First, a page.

FIRM ON its stand that justice cannot be served through death, the Catholic Bishops’ Conference of the Philippines (CBCP) released a statement supporting 16 senators and a number of congressmen who filed a resolution to repeal the death penalty law last March 3.

“The Bishops are for the repeal of the death penalty law. They believe that justice should be given its due course without resorting to capital punishment,” the statement said.

At the forefront of the CBCP’s advocacy campaign for the repeal of the law, the Episcopal Commission on Pastoral Prison Care (ECPPC) lauded the “more enlightened legislators who see beyond criminal acts”, noting that “finally our legislators would like to explore better alternatives to capital punishment to address the problem of criminality.”

Meanwhile, the ECPPC dismissed two separate pro-death penalty proposals made by Sen. Robert Barbers and by Sen. Loi Ejercito as “very lamentable, pathetic, and merely over-reactions.”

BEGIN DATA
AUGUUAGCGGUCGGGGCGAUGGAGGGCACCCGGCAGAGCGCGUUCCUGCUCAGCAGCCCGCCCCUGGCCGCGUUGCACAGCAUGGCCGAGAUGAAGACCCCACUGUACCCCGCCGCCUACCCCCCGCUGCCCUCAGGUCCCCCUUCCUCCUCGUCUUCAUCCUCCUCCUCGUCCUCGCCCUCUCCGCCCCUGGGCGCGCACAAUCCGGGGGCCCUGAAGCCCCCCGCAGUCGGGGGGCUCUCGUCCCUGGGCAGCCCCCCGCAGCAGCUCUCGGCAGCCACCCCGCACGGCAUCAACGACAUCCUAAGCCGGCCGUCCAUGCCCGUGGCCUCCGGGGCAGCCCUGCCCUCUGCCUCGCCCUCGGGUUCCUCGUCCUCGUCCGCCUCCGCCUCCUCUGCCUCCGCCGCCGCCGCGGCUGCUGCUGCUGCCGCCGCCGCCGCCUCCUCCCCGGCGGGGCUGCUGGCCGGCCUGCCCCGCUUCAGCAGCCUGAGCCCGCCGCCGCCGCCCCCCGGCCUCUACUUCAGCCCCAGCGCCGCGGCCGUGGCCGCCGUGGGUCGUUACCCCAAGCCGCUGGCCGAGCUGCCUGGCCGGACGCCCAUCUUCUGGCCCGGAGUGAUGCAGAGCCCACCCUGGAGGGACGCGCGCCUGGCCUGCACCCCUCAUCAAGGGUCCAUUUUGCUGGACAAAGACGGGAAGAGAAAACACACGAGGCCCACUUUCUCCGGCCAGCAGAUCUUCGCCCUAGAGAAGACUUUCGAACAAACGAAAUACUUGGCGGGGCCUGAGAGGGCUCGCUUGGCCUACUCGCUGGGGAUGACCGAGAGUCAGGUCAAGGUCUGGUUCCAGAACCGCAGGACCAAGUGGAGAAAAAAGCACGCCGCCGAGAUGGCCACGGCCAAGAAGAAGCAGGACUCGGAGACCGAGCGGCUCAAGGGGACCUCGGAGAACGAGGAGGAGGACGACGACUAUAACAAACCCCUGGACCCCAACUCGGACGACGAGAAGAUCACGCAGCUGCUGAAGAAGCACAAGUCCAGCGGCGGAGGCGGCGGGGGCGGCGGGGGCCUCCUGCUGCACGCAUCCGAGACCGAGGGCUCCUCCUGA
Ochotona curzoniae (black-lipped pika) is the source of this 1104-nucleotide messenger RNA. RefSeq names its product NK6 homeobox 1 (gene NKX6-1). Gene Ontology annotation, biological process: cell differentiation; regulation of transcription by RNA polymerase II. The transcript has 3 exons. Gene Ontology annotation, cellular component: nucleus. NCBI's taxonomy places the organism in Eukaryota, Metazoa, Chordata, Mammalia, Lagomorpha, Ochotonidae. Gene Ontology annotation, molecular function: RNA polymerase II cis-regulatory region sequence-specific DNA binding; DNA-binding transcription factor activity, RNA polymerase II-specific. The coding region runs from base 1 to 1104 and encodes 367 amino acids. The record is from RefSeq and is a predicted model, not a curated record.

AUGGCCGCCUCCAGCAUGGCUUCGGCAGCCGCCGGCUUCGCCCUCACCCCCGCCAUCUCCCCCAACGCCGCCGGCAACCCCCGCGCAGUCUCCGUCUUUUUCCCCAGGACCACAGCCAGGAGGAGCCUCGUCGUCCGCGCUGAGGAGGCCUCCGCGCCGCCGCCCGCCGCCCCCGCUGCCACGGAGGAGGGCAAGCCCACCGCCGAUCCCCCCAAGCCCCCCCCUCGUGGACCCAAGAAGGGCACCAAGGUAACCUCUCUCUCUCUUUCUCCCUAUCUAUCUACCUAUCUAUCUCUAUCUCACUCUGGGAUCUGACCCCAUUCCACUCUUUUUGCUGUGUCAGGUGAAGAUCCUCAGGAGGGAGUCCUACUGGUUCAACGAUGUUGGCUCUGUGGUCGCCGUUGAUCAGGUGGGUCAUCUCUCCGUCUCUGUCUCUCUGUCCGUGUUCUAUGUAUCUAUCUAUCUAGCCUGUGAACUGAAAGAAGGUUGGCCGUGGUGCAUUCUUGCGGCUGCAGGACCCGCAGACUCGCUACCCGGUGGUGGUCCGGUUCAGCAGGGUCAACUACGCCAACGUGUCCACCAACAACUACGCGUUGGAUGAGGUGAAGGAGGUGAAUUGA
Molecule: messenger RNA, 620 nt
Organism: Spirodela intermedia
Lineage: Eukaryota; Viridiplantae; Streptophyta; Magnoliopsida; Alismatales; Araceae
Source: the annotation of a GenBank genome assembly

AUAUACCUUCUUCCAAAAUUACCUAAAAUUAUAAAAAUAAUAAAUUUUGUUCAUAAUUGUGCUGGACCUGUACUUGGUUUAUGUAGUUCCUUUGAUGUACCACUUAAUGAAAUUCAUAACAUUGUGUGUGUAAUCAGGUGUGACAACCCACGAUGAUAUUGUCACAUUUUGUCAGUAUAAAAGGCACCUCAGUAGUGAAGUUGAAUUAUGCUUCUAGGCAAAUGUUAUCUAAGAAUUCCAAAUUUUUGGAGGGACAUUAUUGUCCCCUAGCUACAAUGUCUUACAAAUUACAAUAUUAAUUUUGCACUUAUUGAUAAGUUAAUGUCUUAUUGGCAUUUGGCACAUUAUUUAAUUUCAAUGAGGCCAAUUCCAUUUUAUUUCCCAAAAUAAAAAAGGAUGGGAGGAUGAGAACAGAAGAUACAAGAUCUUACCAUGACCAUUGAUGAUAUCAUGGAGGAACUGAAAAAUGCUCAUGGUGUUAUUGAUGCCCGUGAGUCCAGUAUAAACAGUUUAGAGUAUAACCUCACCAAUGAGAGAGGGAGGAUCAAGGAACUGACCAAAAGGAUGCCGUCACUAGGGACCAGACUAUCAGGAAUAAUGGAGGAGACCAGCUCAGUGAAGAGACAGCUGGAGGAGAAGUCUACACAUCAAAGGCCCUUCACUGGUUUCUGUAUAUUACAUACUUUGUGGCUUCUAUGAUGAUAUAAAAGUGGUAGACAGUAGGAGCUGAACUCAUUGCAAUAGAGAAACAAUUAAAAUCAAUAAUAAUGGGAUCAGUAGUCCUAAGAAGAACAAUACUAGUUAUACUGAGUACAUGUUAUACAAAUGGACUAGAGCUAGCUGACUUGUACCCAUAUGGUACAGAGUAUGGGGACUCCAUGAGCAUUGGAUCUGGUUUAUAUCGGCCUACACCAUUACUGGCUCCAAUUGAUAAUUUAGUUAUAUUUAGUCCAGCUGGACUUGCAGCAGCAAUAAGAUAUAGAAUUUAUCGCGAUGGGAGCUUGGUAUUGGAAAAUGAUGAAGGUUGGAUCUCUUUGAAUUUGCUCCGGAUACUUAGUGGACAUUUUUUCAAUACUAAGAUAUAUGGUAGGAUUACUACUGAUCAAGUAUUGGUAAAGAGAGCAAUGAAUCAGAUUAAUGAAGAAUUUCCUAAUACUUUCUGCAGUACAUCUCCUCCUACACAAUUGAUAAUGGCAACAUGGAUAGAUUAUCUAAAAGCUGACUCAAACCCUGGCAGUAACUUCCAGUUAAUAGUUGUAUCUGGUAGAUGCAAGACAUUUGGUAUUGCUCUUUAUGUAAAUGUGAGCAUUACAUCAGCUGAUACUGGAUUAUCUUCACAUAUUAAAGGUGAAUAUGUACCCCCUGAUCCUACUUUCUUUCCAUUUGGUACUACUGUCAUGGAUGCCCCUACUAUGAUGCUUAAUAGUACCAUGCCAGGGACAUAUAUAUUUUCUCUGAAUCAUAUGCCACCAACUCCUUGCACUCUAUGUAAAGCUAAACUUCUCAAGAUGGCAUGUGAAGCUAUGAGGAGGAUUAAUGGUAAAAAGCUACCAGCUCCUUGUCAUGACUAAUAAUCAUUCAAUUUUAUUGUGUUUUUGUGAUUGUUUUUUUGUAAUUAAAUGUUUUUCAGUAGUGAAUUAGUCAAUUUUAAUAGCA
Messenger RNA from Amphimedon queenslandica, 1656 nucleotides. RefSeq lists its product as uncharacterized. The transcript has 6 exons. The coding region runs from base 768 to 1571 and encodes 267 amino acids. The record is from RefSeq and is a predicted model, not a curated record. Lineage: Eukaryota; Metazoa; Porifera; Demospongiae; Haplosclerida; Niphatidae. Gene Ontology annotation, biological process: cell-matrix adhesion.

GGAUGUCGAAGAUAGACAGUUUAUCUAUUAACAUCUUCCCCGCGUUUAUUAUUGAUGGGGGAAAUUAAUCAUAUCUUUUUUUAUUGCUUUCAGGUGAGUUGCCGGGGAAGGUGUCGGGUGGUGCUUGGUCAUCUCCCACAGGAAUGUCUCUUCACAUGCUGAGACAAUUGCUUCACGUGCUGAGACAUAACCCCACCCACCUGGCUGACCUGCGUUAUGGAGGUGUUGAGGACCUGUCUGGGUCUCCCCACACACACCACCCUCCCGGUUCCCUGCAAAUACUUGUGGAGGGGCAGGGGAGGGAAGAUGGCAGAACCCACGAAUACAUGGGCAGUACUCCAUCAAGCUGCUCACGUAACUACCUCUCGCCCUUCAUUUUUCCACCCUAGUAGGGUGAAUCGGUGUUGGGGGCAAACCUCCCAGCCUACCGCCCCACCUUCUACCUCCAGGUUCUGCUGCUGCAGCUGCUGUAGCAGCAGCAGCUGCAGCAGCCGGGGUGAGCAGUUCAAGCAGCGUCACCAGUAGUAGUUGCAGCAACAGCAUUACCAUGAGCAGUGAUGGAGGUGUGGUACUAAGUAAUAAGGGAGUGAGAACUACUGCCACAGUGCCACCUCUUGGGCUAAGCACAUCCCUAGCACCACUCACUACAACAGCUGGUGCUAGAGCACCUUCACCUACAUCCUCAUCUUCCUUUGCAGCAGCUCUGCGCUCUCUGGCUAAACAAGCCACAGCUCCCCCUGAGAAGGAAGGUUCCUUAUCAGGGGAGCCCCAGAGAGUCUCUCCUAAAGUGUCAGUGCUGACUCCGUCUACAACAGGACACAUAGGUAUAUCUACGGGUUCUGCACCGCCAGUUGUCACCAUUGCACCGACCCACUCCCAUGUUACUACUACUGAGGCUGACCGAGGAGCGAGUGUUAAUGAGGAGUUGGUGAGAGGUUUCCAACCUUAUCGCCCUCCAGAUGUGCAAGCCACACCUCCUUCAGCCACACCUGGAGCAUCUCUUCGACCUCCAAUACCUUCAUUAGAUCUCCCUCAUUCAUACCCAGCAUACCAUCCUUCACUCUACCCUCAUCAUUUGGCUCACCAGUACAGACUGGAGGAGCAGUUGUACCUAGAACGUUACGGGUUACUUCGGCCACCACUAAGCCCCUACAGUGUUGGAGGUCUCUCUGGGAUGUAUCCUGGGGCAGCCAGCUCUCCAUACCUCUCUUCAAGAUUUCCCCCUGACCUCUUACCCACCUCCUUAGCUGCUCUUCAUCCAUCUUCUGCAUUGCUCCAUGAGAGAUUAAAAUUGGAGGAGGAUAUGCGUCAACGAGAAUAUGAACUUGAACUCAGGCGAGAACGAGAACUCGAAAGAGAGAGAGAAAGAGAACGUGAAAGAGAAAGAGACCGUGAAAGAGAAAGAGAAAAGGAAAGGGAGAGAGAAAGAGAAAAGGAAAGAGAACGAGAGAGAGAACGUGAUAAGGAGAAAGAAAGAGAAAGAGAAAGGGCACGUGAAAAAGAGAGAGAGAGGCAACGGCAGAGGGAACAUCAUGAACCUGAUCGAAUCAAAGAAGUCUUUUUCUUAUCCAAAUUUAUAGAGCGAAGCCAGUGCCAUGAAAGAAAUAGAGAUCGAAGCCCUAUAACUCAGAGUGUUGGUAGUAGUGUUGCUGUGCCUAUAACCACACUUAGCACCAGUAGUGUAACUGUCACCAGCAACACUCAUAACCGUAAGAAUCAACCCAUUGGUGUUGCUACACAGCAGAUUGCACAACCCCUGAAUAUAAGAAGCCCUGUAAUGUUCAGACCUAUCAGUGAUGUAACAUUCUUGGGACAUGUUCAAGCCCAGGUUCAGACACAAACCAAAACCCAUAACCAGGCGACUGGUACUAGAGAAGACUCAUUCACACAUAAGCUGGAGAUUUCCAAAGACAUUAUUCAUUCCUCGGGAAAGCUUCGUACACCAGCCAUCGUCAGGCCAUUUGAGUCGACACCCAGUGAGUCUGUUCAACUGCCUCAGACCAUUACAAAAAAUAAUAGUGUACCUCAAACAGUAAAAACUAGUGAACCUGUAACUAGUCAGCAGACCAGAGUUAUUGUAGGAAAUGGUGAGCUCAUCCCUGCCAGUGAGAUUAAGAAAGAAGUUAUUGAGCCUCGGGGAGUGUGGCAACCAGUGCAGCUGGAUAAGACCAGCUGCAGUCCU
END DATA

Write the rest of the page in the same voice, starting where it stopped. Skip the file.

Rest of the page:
Barbers argued for the execution of death convicts at the rate of one or two a month, while Ejercito proposed to castrate those convicted of rape and child molestation.

The ECPPC said that the motivation of the two proposals is still vengeance and not the restoration of order in society. The commission added that they do not address the root of criminal acts, which should be the primary concern.

The ECPPC also stressed that the government and the lawmakers should not commit “the violence that we ourselves abhor.”

“The state is even more remiss in its duties and a derelict if it is the perpetrator of violence — and taking human life is a strong form of violence, whether through the ‘less painful and more humane’ lethal injection or the more inhuman execution by firing squad,” the commission said. Alder T. Almo, with reports from the CBCP Monitor

Francophone resonance


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